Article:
Author: Kushner

So Awfully, Irreducibly Real

Tony Kushner is taken to task from time to time for his harsh treatment of Joe Pitts, the closeted, Republican, Mormon lawyer whose self-hatred motivates so much of the plays’ drama (and poisons his marriage to Harper). Those critics must ignore this passage, which is among the most beautiful and heartbreaking Kushner has written. It’s been at the very back of my mind for nearly a week now but came front and center earlier this evening.

Kushner on Miller

“Although he refused the mechanical determinism of the unthinking Marxist left, he created in his greatest play a drama in which it is impossible to avoid thinking about economics–money–in any attempt to render coherent the human tragedy unfolding before you.”

Huh?

Angels in America playwright Tony Kushner will rewrite Steven Spielberg’s untitled drama about the aftermath of the 1972 Munich Olympics, where members of the Israeli team were held hostage and slain by Palestinian extremists.

My Dissertation (in the News)

“A World in Which Everything Hurts,” a profile of Arthur Miller in The Forward, gets bonus points for mentioning, in a single paragraph, three of the authors I’m writing about in my dissertation.

Amen, Brother!

“It’s not as if all preachers, including for instance John Donne, were merely dispensers of predigested, soundbite rhetoric and cliche; good preachers are gifted articulators of the thorniest, juiciest, most dangerous, most contradictory problems, dilemmas, controversies.” — Tony Kushner

Shit Happens

I don’t get upset about things over which I have no control. I just don’t. It’s not in me.

And One More Thing

For your reading pleasure: some snippets from Tony Kushner’s commentary on the Klezmatic’s recent CD, Possessed. Parts of the commentary, I noticed, have made their way into his and Alisa Solomon’s introduction to their new collection of essays, Wrestling with Zion.

But Is It Funny?

Dale Peck at Slate offers the best critical reading of HBO’s Angels that I’ve found. He points out something that has bothered me a bit as well: the film just isn’t very funny. Which is a shame, because the play is really funny.

Quartet

My wife surprised me yesterday afternoon with the Angels in America soundtrack. “Quartet” accompanies the scene that holds the rare honor of having made me cry two nights in a row. What can I say? Art is my refuge from a life of hardened cynicism. I can only imagine what condition I’ll be in on Sunday night when Louis delivers the Kaddish.

Minor Quibbles

I’m thrilled so far with Angels. Mary-Louise Parker is stealing the show as Harper, and Justin Kirk is fantastic as Prior. The homage to Cocteau and the casting of the prior Priors were both brilliant. But why, in their trimming and reshaping, did Kushner and Nichols have to cut my two favorite lines from Millennium Approaches?

For Shits and Giggles

I expect conservatives to be offended by many of the lines spoken by Kushner’s characters; I expect conservative critics to acknowledge the distinction between the message of a particular character and the message of the work as a whole. But that is expecting too much of anyone who writes for a partisan magazine (whether the NRO or The Nation) in a climate like ours.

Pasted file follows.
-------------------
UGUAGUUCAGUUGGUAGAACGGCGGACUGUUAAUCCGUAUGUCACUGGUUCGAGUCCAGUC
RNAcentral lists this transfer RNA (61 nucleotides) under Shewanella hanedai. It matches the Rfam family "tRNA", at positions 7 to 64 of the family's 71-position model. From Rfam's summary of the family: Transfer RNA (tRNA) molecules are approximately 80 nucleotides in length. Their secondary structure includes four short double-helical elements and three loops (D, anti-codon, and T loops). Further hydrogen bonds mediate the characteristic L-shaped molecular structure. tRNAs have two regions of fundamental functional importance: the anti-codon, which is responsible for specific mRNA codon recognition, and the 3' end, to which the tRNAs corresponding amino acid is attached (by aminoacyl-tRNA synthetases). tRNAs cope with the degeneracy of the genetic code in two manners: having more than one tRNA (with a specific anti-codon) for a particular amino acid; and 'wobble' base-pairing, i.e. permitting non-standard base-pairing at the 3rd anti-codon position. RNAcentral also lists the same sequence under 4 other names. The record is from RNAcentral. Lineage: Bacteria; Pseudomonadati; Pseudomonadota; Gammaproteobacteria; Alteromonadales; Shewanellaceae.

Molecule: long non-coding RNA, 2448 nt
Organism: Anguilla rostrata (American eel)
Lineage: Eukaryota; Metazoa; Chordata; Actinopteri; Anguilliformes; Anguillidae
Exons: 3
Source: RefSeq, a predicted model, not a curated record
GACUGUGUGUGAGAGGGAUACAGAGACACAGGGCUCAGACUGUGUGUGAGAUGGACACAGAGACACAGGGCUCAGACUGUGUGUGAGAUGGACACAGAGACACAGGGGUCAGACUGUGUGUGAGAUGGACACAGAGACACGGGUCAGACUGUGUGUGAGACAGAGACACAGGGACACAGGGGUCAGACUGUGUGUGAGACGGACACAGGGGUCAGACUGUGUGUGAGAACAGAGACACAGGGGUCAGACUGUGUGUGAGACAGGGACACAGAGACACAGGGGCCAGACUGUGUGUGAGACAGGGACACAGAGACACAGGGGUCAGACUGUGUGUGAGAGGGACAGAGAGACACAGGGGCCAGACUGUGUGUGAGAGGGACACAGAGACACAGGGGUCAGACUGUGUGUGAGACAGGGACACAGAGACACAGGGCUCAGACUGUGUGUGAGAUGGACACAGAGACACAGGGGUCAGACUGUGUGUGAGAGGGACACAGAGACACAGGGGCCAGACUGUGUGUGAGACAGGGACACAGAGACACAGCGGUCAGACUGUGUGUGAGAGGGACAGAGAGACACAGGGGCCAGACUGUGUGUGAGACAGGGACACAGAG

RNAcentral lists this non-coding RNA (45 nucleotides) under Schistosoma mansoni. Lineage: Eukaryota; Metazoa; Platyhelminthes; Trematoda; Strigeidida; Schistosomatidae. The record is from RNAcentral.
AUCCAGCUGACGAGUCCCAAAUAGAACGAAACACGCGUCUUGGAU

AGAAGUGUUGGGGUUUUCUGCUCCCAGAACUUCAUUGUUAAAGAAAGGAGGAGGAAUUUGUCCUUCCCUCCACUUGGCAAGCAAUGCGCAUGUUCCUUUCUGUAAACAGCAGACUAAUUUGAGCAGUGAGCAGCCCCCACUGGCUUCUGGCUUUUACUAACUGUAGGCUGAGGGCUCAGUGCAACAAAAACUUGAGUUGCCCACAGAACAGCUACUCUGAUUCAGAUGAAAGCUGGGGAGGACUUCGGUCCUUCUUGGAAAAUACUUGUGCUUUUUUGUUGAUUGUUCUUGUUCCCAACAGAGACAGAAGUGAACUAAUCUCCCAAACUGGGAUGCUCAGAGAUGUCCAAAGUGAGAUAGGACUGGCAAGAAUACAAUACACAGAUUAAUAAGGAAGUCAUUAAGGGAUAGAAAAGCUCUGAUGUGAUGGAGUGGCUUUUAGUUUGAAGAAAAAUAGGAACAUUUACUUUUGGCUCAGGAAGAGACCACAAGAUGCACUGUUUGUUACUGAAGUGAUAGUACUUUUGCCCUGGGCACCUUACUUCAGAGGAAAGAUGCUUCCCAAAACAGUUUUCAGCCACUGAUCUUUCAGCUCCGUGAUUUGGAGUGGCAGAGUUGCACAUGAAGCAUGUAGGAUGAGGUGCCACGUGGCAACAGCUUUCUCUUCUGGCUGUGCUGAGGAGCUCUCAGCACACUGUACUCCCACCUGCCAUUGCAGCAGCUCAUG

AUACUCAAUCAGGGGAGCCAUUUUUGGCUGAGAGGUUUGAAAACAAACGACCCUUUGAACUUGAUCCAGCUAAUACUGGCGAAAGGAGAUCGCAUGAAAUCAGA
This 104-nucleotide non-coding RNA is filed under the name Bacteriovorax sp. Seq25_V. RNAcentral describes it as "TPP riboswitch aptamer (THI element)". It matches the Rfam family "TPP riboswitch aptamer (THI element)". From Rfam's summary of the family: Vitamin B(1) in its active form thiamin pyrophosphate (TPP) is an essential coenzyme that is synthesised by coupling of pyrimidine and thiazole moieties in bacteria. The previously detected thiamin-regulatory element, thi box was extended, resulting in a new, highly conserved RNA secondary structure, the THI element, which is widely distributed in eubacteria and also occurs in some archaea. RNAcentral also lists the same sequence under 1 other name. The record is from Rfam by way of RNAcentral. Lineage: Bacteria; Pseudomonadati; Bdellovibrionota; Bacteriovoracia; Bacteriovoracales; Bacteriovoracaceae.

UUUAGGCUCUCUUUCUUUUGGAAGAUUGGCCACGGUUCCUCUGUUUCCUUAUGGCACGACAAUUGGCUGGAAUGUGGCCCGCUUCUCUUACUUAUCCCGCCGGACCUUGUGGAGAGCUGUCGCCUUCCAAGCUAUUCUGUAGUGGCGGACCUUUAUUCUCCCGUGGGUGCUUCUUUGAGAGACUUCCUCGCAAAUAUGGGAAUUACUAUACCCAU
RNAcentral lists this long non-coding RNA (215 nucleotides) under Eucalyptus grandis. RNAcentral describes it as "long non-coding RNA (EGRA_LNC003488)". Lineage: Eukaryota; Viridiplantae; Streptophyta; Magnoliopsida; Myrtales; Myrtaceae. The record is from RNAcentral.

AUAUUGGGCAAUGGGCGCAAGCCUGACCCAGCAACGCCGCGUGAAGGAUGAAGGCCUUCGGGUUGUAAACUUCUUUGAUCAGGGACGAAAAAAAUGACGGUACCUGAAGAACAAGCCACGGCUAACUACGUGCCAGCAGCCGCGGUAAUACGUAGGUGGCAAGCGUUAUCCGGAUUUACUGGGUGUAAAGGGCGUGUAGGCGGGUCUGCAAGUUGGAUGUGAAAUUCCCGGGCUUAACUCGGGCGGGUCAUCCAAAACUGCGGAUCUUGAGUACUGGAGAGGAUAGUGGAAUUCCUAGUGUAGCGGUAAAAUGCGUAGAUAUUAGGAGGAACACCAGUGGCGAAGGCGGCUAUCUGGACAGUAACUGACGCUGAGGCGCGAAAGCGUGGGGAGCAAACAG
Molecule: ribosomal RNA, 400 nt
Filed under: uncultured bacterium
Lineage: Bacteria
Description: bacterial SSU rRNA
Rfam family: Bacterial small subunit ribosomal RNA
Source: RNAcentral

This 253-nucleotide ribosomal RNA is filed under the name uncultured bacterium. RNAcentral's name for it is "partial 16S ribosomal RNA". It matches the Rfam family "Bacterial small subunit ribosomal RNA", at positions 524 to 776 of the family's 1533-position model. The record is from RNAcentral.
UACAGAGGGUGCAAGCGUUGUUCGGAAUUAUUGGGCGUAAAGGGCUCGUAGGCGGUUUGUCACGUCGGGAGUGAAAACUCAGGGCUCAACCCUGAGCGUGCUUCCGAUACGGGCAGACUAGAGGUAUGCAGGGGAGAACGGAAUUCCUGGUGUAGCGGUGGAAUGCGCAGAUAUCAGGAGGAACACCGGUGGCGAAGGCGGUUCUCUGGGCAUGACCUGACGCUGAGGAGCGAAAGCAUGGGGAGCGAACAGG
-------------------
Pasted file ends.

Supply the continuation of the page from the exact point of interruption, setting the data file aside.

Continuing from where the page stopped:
More Angels

Richard Goldstein offers the best one-paragraph synapsis of Angels in America that you’ll ever read. (He also talks to Kushner about Walter Benjamin, Bertolt Brecht, the problems of liberalism, and his new musical, Caroline, or Change.)

Radical Pragmatism

In this new interview, Mother Jones calls Tony Kushner a “Radical Pragmatist,” a moniker I wouldn’t mind carrying myself.

The Great Work Begins

If Sullivan reads Angels in America as a Stalinist tract, then I pity his ideological blindness. He’s missing a hell of a play.

Going Digital

HBO’s economic freedom is just one of the many topics of discussion over at Newsweek, where Mike Nichols, Tony Kushner, and their cast are talking up Angels in America.

Film and Stage

Closer will be directed by Mike Nichols, who apparently is going to finish out his career by filming great plays. Two months and counting until I fire up my one-month subscription to HBO in order to watch Nichols’s rendition of Angels in America.

What Am I Doing Here?

I was thrilled to find on Dr. Reidy’s site a link to Tony Kushner’s May 26, 2002 commencement address at Vassar, which I’d never read before.

Give ‘Em Hell, Bill

“Sleep the sleep of the just” is my favorite line from Moyers’s speech. That strange metaphor — the idea that sleeping soundly somehow demonstrates moral rightness — has shown up in a few odd places lately, most notably in the frequent reports that President Bush is sleeping well despite (or, perhaps, because of) the war. Well thank God for small blessings, eh?

Snippets

Two quotes from Tony Kushner.

Kushner on Bush

Tony Kushner on President Bush and military intervention in Iraq.

Homebody/Kabul

Instead of beginning my dissertation prospectus, which really should be occupying a larger chunk of my life right now, I’ve discovered all sorts of distractions that can be justified away as “research.”

Angels in Phoenix

I’ll eventually get around to writing (much) more about this, but I want to mention quickly that, while vacationing in Phoenix, Joanna and I had the chance to see Tony Kushner’s Angels in America at the Herberger Theater.

Angels in America: Millennium Approaches (1992)

Note: These are my initial thoughts on Millennium Approaches, written as a journal assignment in the fall of 1998. I’m tempted to revise it or pull it down altogether, but I’ve decided to keep it up here as an artifact of sorts.